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Sports Dentistry - What is Sports Dentistry?

Not Your Average Dental Office - Sports Dentistry in the NHL

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Updated April 16, 2010

Sports Dentistry - What is Sports Dentistry?

Dr. Bill Blair

Photo: © Shawn Watson

I had the opportunity to sit down with Dr. Bill Blair to learn more about sports dentistry as a career and investigate the injuries that go hand-in-hand with the sport that is famous for dental injury. Dr. Blair has been the dentist for the National Hockey League team the Calgary Flames since 1985. He has also served as president of the Calgary District and Dental Society, President of the Alberta Dental Association, as well as Executive Council Member for the Canadian Dental Association. Currently the President of the NHL Team Dentist Association, Dr. Blair is a consultant in forensic odontology to the chief medical examiner in Alberta, Canada, as well the Royal Canadian Mounted Police, Calgary Police Service and Chief Coroner of Saskatchewan, Canada.

Not Your Average Dental Office

Professional hockey organizations have several medical personnel on staff to ensure the players remain at their optimum performance level. The medical team includes a dentist who is in attendance at every game, ready to treat players that have suffered a dental injury on the ice.

During the NHL regular season, injuries sustained during a game by either team are treated by the home team's dentist. When the playoffs begin and the teams strategy is under lock and key, the dentist accompanies the medical team on the road to provide direct care. Dr. Blair says, "Everybody keeps their cards closer to their vest as far as injuries are concerned, we don't want the opposition to know our injuries, and they don't want us to know theirs."

How are dental injuries treated during a game, considering most arenas are generally not capable of housing the equipment necessary to perform a restoration, not to mention the player with the injury is determined to get back on the ice? According to Dr. Blair, the first priority is always, "Immediate relief of pain; hockey players are paid to play hockey. It is our job to get them back on the ice as soon and as quickly as possible. The treatment that takes place at the game might be only a temporary fix to get them back in the game and then more involved, more detailed treatment will take place here in the [dental] office after the game or the next day."

Just Another Day at the Office- Treating Dental Injuries in the NHL

The most common injuries Dr. Blair treats during a game are lacerations, closely followed by damage to the maxillary incisiors. Considering no current mandate forces players in the NHL to wear a mouthguard on the ice, these injuries are not surprising.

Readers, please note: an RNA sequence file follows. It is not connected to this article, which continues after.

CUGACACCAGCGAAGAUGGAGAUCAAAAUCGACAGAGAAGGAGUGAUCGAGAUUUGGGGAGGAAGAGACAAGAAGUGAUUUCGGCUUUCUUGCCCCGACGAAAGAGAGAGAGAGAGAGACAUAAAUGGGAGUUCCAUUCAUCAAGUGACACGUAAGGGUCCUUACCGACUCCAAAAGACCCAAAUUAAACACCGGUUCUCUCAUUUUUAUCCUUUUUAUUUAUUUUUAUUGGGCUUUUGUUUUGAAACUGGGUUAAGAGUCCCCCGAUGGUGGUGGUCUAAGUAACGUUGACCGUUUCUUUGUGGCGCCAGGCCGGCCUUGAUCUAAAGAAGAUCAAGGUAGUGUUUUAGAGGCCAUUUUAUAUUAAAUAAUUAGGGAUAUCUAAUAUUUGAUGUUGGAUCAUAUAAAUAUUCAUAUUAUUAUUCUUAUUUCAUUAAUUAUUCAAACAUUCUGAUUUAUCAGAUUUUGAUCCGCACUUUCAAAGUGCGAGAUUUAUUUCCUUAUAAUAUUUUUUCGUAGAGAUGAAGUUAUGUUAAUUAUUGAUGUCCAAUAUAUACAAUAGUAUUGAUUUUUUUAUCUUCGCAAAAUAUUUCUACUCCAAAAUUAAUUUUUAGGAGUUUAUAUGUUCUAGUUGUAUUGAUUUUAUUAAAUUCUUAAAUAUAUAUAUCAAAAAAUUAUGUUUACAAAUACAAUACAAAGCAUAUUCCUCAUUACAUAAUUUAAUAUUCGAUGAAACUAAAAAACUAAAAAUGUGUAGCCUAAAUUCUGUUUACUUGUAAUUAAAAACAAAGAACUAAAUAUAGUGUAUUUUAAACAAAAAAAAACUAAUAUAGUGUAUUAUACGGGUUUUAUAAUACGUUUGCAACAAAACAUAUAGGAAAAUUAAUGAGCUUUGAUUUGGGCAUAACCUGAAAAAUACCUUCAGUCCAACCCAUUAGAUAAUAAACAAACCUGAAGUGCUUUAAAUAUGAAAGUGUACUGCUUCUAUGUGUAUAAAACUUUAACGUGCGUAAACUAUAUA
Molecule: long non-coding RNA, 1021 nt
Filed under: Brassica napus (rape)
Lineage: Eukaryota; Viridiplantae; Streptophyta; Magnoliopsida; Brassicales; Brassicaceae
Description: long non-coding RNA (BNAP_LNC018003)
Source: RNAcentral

Perhaps the new breed of young hockey stars entering the NHL are setting the example for mouthguard wear. According to the Academy for Sports Dentistry, "On a national level all states generally mandate mouthguard use in high school football, ice hockey, men's lacrosse, field hockey, and amateur boxing. Different states have mandated mouthguard use for other sports." Entering the professional realm of sporting does not necessarily mean that players forgo wearing a mouthguard because of their new found fame. The 2008 training camp for the Calgary Flames proves that mouthguard wear is on the rise, according to Dr. Blair, "The numbers are higher every year. This year I think we made 55 mouthguards -- that covers all the different players that came in at different levels." The tough guy mentality has been, and always will be, part of a players strategy, but when it comes to mouthguard wear, "The person that does not wear a mouthguard is getting to be in the minority."

The estimated number of teeth lost every year to sports-related injury is alarming. As Dr. Blair points out, "I read a paper not too long ago that said it is estimated that over 5 million teeth are lost a year to sports injury; at all levels, and what you are dealing with, basically is the aesthetic zone." The aesthetic zone is the area of the mouth that is visible when smiling. The "hockey look" characterized by missing and broken teeth, is a reality for many players in the NHL, although that trend seems to be a thing of the past. Dr. Blair is quick to point out that, "In hockey players or in some sports, it's almost a badge of courage to be missing some teeth; but not anymore, things are changing. There are far fewer missing teeth now in hockey players from when I first started, because they have an appreciation of the dentition and the aesthetic; and its not necessarily the badge of courage to be showing as toothless."

Sources:

Shawn Watson Interview with Dr. Bill Blair. March 23, 2009.

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